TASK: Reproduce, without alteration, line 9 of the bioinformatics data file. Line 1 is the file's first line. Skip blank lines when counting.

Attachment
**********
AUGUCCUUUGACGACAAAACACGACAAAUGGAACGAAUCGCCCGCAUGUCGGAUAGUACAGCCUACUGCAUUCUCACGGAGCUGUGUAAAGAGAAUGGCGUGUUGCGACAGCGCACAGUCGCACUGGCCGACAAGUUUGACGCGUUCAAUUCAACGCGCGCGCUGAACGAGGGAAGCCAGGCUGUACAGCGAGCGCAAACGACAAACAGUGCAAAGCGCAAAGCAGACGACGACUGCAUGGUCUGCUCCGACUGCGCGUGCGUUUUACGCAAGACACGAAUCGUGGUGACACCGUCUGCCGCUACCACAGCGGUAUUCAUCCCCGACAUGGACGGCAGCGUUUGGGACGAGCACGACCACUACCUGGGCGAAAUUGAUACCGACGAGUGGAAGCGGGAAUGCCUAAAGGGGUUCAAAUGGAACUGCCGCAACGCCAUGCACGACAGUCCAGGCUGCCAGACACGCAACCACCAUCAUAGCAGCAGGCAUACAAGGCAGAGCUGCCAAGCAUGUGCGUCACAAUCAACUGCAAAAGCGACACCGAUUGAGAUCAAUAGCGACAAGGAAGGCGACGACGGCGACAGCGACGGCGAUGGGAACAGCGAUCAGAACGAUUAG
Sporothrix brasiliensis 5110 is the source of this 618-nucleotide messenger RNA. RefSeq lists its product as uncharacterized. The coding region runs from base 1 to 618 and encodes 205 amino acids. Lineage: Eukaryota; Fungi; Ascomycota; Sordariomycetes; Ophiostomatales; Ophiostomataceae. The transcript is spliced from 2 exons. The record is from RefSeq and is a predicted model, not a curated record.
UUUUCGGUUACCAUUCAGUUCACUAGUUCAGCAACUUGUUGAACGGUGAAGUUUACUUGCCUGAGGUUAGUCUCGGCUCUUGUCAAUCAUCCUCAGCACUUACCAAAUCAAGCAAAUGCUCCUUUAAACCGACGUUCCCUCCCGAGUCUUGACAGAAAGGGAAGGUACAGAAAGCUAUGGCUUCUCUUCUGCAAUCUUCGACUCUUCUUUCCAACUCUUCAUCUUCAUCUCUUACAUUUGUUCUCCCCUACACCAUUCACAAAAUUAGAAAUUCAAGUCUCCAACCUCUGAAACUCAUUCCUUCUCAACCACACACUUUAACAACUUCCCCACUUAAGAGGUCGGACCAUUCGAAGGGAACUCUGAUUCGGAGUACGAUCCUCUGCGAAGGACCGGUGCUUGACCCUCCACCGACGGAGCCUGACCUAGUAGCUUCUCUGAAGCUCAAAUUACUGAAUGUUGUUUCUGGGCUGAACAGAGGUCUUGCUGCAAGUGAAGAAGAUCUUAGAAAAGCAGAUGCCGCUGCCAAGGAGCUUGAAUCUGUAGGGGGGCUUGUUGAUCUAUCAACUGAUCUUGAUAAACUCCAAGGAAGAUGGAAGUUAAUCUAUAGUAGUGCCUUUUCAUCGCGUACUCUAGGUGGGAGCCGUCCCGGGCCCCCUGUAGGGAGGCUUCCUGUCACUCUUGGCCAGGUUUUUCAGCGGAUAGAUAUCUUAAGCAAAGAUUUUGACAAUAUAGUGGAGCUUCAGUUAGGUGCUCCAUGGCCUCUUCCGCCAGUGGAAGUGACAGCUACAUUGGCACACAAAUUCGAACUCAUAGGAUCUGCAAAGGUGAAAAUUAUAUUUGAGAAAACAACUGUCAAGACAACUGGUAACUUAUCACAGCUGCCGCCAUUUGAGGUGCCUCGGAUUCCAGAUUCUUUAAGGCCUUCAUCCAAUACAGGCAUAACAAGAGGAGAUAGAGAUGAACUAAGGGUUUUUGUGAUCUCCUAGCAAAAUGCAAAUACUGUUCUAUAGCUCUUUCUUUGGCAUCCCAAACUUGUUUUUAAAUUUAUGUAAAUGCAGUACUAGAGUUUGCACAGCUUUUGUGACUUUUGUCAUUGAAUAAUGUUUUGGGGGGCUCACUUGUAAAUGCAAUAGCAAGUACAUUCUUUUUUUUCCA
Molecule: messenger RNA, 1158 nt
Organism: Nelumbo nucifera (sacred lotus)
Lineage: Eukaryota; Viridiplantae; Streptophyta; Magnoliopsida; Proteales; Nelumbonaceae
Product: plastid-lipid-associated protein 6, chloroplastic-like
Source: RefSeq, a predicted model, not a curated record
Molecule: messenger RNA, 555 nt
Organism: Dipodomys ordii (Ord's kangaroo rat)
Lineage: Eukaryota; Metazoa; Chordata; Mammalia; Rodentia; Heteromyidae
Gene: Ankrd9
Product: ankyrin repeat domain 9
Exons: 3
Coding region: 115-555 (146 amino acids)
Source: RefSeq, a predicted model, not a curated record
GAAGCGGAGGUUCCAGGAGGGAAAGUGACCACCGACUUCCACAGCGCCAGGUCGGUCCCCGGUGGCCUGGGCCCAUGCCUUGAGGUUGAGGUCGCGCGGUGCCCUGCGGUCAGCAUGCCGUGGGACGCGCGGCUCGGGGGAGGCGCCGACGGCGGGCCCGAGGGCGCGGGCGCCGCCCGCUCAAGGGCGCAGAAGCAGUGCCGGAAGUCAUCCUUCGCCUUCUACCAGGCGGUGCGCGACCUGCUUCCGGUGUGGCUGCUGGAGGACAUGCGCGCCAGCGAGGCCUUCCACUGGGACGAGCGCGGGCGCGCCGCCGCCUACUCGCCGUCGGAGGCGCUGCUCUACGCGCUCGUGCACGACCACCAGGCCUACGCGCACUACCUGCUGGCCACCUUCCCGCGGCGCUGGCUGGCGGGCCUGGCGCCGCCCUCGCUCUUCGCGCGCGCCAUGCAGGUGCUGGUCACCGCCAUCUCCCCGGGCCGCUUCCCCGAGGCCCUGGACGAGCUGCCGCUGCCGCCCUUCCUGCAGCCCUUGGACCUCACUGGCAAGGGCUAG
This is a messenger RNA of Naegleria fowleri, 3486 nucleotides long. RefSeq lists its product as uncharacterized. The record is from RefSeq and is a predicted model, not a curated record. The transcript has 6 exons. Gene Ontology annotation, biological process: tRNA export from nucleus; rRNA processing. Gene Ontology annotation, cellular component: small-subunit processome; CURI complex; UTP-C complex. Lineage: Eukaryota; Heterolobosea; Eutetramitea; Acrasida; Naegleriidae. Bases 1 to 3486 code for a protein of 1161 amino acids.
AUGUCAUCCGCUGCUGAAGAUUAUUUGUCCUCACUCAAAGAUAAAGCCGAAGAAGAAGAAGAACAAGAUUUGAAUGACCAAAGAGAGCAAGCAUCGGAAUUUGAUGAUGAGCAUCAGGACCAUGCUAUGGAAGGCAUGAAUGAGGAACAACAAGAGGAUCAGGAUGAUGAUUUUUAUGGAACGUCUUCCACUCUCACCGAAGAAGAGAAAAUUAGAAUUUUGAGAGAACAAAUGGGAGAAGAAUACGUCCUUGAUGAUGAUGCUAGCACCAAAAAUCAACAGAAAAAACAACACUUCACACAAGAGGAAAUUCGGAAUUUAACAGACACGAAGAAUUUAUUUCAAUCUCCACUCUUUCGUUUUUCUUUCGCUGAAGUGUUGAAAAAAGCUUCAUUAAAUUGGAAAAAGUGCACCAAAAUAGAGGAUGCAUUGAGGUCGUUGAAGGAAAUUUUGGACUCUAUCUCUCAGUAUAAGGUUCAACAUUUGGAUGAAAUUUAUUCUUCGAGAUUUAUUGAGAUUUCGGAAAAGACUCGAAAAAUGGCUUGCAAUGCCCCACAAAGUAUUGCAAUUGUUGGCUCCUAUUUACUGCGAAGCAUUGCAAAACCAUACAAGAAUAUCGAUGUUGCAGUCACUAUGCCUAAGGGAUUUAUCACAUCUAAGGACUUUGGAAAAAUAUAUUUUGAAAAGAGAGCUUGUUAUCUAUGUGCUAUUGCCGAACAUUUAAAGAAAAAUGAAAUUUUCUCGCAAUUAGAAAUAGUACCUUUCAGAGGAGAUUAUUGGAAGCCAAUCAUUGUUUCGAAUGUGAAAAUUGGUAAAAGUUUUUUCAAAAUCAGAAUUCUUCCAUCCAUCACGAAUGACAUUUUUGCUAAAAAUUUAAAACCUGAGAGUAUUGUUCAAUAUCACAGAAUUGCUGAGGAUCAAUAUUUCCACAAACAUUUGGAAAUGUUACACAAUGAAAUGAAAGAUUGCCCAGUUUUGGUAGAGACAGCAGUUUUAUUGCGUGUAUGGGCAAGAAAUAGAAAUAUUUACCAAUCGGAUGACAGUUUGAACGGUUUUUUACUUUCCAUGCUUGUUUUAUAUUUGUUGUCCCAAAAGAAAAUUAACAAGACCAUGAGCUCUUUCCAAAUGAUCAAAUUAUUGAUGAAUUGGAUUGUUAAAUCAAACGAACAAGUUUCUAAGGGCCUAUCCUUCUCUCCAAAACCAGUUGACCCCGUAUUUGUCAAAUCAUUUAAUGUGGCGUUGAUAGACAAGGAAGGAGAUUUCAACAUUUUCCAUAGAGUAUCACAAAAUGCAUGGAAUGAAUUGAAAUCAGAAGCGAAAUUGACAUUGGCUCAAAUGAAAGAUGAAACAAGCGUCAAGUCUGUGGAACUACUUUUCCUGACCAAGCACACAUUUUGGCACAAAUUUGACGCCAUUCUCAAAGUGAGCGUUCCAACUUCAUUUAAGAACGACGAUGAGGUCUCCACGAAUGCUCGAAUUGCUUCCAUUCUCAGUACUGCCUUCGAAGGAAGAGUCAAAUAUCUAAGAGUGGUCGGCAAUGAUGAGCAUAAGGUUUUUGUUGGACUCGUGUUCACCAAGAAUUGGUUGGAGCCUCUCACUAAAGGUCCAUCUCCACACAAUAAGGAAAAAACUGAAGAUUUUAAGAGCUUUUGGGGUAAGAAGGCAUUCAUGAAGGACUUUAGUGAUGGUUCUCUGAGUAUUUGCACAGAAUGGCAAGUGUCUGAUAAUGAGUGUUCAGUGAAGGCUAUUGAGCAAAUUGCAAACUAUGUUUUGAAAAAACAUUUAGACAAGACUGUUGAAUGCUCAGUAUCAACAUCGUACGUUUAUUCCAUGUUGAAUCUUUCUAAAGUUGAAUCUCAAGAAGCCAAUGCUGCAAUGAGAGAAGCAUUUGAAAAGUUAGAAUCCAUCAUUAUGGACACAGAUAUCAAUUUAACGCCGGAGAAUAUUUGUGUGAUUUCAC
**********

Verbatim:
Molecule: messenger RNA, 555 nt